Little Signs Everywhere

Spring is here! Well, at least officially on the calendar and definitely here in the South. Lilies and daffodils are stretching their arms, breaking free of their cool earthy beds and peeking up at the Sun. Swollen rivers are heartily flowing as snows melt and the brown ground begins to green. Tree leaves are budding and even the oceans begin to bloom, as waters are being warmed by Spring’s sunny serving of hopeful rays. Legions of Monarch Butterflies are leaving Mexico to begin their transcontinental journey to Canada, stopping to mate and delight us all along the way. Songbirds announce their return to warmer climes as a certain fever sets in and we open our windows to the sweet smells of Spring carrying the wastes of Winter away.

Emily Dickinson was an avid gardener from a young age and according to her letters and poems, an appreciative observer of nature all of her life. Her Herbarium, a collection, of 424 plants and flowers from the Amherst region, which she catalogued, classified and pressed into a leather-bound album, is certainly evidence of that. Dickinson celebrated them in a letter to her friend Abiah Root in 1848 referring to flowers as “beautiful children of spring,” She is said to have viewed nature as her muse, and I imagine that Spring was her favorite season.

“Some keep the Sabbath going to church; I keep it staying at home, With a bobolink for a chorister, and an orchard for a dome.” — Emily Dickinson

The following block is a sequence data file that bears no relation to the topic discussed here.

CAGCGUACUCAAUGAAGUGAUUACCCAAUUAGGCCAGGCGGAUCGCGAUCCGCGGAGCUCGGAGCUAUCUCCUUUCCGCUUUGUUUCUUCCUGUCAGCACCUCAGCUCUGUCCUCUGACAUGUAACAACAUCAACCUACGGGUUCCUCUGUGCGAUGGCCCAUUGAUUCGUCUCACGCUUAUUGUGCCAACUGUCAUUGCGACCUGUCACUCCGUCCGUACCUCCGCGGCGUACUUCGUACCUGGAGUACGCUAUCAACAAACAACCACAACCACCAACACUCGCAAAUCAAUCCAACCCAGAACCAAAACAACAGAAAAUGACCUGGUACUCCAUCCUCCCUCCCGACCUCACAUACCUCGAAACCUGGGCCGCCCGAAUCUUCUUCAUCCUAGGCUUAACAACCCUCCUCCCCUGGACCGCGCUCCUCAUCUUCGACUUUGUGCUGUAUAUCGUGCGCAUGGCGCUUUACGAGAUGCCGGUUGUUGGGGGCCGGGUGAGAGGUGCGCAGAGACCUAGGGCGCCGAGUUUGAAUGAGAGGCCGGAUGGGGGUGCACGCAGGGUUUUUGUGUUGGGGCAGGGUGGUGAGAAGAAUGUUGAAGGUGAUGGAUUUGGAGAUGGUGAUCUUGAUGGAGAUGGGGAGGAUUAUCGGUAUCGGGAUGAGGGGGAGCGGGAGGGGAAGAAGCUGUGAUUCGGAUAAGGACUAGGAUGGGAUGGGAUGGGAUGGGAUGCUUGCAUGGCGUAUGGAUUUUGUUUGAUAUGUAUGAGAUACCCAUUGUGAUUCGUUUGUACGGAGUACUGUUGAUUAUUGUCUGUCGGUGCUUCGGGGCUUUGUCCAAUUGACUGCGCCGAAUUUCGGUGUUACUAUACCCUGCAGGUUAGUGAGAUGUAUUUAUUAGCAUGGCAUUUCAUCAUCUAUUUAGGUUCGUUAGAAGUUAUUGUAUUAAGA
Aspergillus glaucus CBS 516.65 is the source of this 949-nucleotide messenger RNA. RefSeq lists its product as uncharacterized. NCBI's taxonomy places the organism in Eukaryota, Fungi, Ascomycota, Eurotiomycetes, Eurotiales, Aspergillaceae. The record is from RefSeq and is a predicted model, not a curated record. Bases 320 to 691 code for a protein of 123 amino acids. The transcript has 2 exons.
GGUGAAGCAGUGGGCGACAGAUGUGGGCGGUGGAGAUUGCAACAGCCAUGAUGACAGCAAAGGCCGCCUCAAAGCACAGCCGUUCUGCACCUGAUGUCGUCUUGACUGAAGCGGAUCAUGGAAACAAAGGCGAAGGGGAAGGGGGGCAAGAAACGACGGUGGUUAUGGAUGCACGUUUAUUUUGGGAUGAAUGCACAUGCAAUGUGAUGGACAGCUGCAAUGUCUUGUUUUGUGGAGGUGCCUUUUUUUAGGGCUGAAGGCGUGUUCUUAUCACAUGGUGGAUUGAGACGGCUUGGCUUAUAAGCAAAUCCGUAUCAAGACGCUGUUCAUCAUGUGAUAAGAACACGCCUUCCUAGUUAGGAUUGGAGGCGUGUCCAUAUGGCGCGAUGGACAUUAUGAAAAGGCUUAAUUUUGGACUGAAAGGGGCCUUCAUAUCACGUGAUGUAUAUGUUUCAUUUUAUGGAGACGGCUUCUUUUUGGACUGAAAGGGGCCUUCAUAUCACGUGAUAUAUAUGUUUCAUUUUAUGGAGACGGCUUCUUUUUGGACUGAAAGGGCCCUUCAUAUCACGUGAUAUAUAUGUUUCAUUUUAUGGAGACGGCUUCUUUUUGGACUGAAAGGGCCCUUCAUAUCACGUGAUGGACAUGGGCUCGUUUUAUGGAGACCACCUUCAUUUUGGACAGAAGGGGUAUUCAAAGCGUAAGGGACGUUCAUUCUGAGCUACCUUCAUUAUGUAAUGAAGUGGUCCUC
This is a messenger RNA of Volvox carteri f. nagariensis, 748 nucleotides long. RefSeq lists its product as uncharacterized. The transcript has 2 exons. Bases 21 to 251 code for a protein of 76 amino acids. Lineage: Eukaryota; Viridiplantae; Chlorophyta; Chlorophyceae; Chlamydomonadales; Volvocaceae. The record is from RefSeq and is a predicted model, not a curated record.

Poem #236

Like Emily, I get much of my inspiration from nature. I’m lucky to live on the coast and find much of it on the beach, which I like to say is my church, gym, and community service outlet, where I meditate, read, write, exercise and pick up litter.

Todays Carol and Emily poem celebrates one of the signs of Spring, the Robin.


*View Dickinson’s Herbarium at Harvard Mirador Viewer

The Emily Dickinson Museum

Emily’s Rose

An avid observer, Emily Dickinson began showing an interest in botany when she was 9 years old. She loved to help her mother in the family garden, which contained quite an extensive variety of flowers. When she went away to school at Mt. Holyoke, she was encouraged by the principal and founder of the school to create an herbarium. Emily went on to collect, press and classify 424 flowers from the Amherst region. The leather bound album she pressed and posted them in survived and has been digitized by Houghton Library at Harvard University. You can access it here Harvard Mirador Viewer. You can also tour the Homestead gardens at Dickinson’s family home in Amherst, MA. Although I haven’t yet been, it’s definitely on my “post Covid – when we can finally travel safely again” list of places to visit.

Emily often sent flowers with her letters to friends and family and gifted them on birthdays and occasion of deaths and illnesses. A large number of her poems contain references to them. According to Judith Farr, author of The Gardens of Emily Dickinson, one-third of Dickinson’s poems and half of her letters mention flowers, with the rose taking first place for most mentions. Pictured below is a page from Emily’s Herbarium and today’s Carol and Emily poem, which tells of one particular rosebush that she kept as a secret for herself and the bees.